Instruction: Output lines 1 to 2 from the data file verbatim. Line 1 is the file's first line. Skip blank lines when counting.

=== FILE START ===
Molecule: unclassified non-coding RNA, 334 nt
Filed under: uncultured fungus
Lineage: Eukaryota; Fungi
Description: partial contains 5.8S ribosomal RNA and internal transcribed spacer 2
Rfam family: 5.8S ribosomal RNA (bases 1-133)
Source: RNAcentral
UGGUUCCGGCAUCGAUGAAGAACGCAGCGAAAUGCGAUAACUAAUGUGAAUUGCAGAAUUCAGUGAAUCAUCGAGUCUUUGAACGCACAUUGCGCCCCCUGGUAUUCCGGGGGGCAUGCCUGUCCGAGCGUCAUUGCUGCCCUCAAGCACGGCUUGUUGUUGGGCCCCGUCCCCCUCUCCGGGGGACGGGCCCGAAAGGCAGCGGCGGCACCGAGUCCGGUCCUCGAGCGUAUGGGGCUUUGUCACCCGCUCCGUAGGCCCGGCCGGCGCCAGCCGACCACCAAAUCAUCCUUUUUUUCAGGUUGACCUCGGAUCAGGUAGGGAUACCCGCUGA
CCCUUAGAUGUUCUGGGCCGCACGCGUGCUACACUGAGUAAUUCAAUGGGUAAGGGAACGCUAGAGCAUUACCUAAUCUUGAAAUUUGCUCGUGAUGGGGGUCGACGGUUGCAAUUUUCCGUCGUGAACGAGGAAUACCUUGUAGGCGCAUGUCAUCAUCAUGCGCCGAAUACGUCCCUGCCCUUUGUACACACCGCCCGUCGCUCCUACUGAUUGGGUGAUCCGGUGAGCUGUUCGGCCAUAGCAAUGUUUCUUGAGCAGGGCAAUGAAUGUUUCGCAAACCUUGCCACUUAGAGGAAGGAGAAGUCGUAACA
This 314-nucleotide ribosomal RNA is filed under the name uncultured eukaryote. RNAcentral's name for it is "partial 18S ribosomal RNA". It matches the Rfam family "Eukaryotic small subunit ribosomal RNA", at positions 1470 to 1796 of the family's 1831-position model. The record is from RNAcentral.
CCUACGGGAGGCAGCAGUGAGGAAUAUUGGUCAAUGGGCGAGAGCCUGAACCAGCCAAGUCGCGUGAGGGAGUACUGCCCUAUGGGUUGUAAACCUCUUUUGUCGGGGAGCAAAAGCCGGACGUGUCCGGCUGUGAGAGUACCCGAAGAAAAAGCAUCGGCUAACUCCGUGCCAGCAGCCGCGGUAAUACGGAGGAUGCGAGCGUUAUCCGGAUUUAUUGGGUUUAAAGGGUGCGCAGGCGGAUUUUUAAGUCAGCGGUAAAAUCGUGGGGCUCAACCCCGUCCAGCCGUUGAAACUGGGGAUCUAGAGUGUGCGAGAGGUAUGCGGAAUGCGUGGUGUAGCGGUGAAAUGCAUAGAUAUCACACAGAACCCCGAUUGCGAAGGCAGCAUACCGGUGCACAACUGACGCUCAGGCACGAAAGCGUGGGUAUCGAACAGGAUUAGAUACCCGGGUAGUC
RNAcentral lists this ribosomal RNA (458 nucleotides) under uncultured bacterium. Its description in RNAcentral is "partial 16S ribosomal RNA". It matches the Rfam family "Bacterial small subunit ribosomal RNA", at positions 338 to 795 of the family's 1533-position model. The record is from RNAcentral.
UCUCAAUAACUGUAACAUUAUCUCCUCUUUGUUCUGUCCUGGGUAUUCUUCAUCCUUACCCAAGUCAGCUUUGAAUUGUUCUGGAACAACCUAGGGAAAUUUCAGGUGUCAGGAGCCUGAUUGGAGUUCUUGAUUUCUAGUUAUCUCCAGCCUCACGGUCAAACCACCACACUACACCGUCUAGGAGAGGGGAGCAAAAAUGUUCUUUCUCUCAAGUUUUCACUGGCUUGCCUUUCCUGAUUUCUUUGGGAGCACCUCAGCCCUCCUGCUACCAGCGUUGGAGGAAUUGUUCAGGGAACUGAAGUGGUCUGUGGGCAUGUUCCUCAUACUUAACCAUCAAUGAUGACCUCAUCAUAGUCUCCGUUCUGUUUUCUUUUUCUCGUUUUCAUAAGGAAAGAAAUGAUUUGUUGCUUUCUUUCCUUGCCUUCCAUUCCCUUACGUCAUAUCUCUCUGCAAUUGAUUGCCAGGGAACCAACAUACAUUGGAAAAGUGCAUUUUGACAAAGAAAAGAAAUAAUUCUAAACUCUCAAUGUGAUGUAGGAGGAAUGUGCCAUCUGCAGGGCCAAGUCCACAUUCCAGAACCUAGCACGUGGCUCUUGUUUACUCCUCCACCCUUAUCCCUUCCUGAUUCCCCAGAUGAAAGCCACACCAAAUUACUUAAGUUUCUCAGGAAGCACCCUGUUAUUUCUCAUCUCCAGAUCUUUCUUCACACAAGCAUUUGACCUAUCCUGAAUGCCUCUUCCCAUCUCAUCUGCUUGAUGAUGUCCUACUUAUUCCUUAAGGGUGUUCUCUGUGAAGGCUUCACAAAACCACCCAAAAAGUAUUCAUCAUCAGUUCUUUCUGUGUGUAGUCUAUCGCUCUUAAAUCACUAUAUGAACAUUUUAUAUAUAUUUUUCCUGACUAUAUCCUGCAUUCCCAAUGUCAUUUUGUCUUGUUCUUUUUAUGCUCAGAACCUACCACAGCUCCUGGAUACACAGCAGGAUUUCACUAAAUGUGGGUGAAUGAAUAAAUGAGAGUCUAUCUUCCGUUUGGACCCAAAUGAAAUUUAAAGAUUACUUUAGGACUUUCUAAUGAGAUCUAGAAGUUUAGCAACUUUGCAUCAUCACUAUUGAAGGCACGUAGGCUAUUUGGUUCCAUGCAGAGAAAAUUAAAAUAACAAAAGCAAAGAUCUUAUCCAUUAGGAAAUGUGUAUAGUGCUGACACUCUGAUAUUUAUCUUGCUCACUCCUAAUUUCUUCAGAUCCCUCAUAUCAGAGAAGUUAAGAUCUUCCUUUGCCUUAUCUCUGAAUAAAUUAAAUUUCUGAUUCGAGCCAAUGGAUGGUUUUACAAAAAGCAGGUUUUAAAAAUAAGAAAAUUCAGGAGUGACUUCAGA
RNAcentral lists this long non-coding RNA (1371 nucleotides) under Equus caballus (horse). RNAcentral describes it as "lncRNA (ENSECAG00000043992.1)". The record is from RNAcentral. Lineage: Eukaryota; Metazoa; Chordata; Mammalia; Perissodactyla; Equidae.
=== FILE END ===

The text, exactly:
Molecule: unclassified non-coding RNA, 334 nt
Filed under: uncultured fungus